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Dynasty Financial launches program to invest in clients

 Dynasty Financial Partners, a St. Petersburg company that offers wealth management and technology platforms for independent financial advisory firms, has launched a program to make minority investments in client companies. The new minority investment program adds to Dynasty’s existing programs offering traditional debt financing as well as non-controlling revenue interests, a news release said. Minority equity is a valuable capital solution for a variety of strategic needs, including owner liquidity, mergers and acquisitions, and succession, and minority capital can help institutionalize a brand and enhance credibility with clients and advisor recruits alike, according to Dynasty's news release. Dynasty also added Rebecca Zeitels Alcalay, vice president at GF Investments, to its board of directors. Alcalay has provided significant input to the design of Dynasty's investment programs, the news release said.

Dance instructor arrested, charged with battery and molestation

St. Petersburg police arrested a 52-year-old dance instructor at the St. Petersburg Ballet Conservatory on charges stemming from what police said was an inappropriate sexual relationship with a 15-year-old student. The dance instructor, Servy Gallardo, is charged with four counts of lewd and lascivious battery and one count of lewd and lascivious molestation today, police said in a news release. Detectives are concerned that there could be additional victims. The Police Department is asking anyone with information to come forward and/or anyone. who has been victimized by Gallardo to call the St. Petersburg Police Department at 727-893-7780. Anonymous tips can be sent by texting the letters SPPD and the tip, to TIP411.

Pinellas County rescinds mask mandate

Pinellas County has rescinded an ordinance requiring face coverings and certain Covid-19 safety protocols at businesses, following Gov. Ron DeSantis' executive order ending local Covid-19 restrictions. A Pinellas County order requiring safety plans requirements for large events is also rescinded, a news release from the county said. Private businesses and organizations in Pinellas may still require face coverings and/or any other safety protocols as part of their own business operation. The Pinellas County School Board is not affected by the governor’s order, and masking and social distancing protocols remain in effect in Pinellas County Schools through the end of the 2020-2021 school year. A May 11 meeting of the Pinellas County Board of County Commissioners no longer will include the state of local emergency and public hearing on the face covering ordinance.

First Home Bank raises minimum wage for employees

First Home Bank in St. Petersburg has raised its minimum wage to $18 an hour. First Home is establishing the $18 minimum wage to ensure responsible growth of the institution while best serving the needs of its customers and diverse workforce, a news release said. “An $18 per hour minimum wage ensures that every employee, regardless of position, is paid a living wage. We feel that is the responsibility of corporations to help build a better society for all," Anthony Leo, CEO, said in the release. The new minimum wage applies to all employees across the organization except those who are paid on a commission basis or have production incentive plans whose earnings are typically above the minimum wage. The move follows other community initiatives by First Home, a $1.7 billion bank, including a focus on minority lending and a $100,000 donation to Arts Conservatory for Teens.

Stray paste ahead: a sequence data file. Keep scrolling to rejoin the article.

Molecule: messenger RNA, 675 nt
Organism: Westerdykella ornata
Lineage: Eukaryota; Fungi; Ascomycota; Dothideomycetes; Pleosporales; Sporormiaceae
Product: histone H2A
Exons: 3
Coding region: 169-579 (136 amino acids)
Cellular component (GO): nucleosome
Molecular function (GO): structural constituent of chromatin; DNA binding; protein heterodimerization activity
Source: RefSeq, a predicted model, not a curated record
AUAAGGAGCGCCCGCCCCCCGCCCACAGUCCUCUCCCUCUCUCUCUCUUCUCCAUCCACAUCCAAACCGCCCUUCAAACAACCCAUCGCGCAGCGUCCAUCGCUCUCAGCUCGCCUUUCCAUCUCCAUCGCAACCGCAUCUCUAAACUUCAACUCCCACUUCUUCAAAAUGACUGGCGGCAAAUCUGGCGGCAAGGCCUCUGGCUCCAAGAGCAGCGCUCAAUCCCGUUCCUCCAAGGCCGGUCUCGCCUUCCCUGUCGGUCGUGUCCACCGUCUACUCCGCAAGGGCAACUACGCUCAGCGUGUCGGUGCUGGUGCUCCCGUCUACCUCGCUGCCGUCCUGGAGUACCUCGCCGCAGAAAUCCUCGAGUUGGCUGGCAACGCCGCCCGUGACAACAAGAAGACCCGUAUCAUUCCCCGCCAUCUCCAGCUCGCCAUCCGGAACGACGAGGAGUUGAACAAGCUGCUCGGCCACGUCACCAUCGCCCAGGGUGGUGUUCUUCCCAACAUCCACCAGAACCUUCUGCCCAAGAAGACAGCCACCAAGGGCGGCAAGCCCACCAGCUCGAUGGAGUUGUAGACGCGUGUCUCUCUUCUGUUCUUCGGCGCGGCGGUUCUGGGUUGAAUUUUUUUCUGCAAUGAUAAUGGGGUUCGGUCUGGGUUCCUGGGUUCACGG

Crist announces bid to return to governor’s office

U.S. Rep. Charlie Crist, D-St. Petersburg, released a video Tuesday morning in which he declares his candidacy for governor of Florida in the 2022 election. Crist, who served as governor from 2007 to 2011, when he was a Republican, will detail his vision for the future of the state at an event scheduled for 11 a.m. Tuesday in the historic Deuces neighborhood in South St. Petersburg. “We can build a Florida for all Floridians,” Crist said in a statement excerpted from the speech he is expected to deliver at the event. “We can create a society that values every person. We can break the fever of division and hatred that has afflicted our politics.”

Agencies unveil plan to speed travel between Pinellas and Hillsborough counties

Buses will soon be driving on the shoulders of Interstate 275 from 5th Avenue North to Gandy Boulevard in St. Petersburg. It's part of a project by the Florida Department of Transportation and Pinellas Suncoast Transit Authority to enhance reliable transit travel times between Pinellas and Hillsborough counties on PSTA's Route 100x, a news release said. When travel speeds on I-275 fall below 35 miles per hour, the bus will have the option to enter the outside shoulder in authorized locations to avoid the slower interstate traffic. The bus will travel at a maximum speed of 35 miles per hour and will never travel at a speed higher than 15 miles per hour over general traffic, the news release said. Vehicles entering I-275 via on-ramps will need to yield to the bus if it is riding on the shoulder. Bus on shoulder signals have been installed at the 38th Avenue and 54th Avenue interchange on-ramps in the northbound and southbound directions. When a bus is approaching on the shoulder, the signal will turn red, stopping oncoming ramp traffic for a few seconds. Once the bus safely passes the on ramp, the BOSS will go dark and traffic can proceed as normal.